The price of oil has fallen precipitously — dropping nearly 60% since June. And while the average American may be appreciating relief at the pump provided by $45-a barrel crude, everyone from the oil companies themselves to the Wall Street financiers that lend to and trade on their business has been panicking over the falling profitability of the industry.
— Jesse Colombo (@TheBubbleBubble) March 16, 2015
The Strategic Petroleum Reserve was created after the Arab oil embargo of the 1970s as an emergency pool of oil in case of sudden instability. But in recent years, as the US has become less dependent on foreign oil, and thus less vulnerable to fluctuations abroad, there's more often been talk of shrinking the overall reserve.
In March 2014, the US surprised markets by selling off 5 million barrels of oil from the SPR in a test sale, while prices were high, which some interpreted as an attempt to lower prices as a jab at Russia for perceived aggression in Ukraine. And legally, the government is supposed to replace anything sold off within a year.
Some of the funds from the 2014 sale were used to create a gas reserve in the Northeast "in order to address some of the resiliency needs in the region made evident by Superstorm Sandy in 2012," a DOE spokeswoman told Reuters. The funds left over after that project are what is being used for the current low-price buyback.
While it could be construed as simply an attempt to buy low aftering selling high, others see it as a move to help a flagging industry whose profitability may be more of a government concern that the purchasing power of someone filling up a gas tank.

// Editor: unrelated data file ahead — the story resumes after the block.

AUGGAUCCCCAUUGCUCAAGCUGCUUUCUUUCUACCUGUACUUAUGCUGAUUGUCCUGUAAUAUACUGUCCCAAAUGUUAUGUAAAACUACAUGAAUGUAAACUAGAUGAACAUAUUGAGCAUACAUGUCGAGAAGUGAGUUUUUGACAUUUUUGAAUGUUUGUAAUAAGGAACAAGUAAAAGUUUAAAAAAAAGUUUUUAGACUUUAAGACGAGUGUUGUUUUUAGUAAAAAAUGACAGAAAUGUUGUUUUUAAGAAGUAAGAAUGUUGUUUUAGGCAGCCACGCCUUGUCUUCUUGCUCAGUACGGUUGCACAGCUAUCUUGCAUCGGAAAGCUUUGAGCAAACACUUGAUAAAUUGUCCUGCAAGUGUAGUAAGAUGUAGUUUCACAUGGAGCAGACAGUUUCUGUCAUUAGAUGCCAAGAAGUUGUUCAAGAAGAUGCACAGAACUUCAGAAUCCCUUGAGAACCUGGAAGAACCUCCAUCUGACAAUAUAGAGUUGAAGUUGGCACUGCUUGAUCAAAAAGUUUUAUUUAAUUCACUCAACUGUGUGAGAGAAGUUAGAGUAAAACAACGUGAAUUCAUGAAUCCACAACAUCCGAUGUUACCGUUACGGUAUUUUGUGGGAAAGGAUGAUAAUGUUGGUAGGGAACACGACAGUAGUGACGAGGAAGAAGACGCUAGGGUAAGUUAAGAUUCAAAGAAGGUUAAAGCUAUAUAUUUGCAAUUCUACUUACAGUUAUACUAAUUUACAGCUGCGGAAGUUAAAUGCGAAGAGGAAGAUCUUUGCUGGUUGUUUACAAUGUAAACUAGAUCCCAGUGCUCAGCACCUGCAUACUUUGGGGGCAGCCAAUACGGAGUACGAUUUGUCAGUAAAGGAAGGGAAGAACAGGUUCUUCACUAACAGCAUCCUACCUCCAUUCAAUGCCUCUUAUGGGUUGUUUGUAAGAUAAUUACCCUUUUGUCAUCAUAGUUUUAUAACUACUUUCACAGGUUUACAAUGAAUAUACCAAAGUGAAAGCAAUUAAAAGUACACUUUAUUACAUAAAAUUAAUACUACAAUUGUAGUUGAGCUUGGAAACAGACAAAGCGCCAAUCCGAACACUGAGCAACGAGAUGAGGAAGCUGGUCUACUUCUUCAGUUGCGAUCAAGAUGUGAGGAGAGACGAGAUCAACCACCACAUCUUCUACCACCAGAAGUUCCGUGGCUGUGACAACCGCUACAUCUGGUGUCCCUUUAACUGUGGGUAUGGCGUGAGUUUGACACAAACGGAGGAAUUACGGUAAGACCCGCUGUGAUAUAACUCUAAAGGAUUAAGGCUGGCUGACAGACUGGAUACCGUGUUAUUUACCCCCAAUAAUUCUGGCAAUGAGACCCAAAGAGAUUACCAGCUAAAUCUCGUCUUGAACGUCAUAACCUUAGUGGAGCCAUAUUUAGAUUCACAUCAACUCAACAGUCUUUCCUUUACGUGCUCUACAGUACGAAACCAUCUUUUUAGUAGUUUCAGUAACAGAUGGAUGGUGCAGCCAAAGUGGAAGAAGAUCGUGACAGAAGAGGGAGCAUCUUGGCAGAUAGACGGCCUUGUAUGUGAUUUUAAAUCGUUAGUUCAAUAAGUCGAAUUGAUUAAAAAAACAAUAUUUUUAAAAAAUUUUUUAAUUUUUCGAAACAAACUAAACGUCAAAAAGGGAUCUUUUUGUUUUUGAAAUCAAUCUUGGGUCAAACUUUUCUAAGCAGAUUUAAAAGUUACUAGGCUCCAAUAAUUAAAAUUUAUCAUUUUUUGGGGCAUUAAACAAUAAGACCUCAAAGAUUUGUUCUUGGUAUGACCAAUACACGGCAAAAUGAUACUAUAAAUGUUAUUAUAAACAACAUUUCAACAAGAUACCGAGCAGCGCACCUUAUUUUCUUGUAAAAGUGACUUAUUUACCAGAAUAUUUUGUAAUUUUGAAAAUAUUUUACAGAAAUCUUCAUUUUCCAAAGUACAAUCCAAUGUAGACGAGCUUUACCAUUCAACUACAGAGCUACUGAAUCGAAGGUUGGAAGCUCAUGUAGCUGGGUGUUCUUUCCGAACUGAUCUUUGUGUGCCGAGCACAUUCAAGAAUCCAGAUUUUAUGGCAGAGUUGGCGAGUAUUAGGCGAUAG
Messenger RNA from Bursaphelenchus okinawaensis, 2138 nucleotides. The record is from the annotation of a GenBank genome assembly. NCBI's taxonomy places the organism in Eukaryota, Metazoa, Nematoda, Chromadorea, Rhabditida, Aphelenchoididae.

"When the government starts buying crude oil, it's signaling that they're picking a bottom for the market," Carl Larry, director of business development at Frost & Sullivan told Reuters. "This has to be more of a financial play."
— Alasdair Pal (@AlasdairPal) March 4, 2015
While it remains to be seen what impact this will have on the oil market, for perspective, 5 million barrels is just over half of a day's production in the US at current rates. The SPR is the largest emergency supply of oil in the world with a capacity for over 700 million barrels.
The crude would be bought for delivery sometime in June or July most likely, though some may arrive as early as May.
After a five-year boom in production and a decrease in foreign oil imports, the government is expected to consider decreasing the overall size of the SPR. Any such plans are expected to be part of the DOE's quadrennial energy review, due to be released in the coming weeks.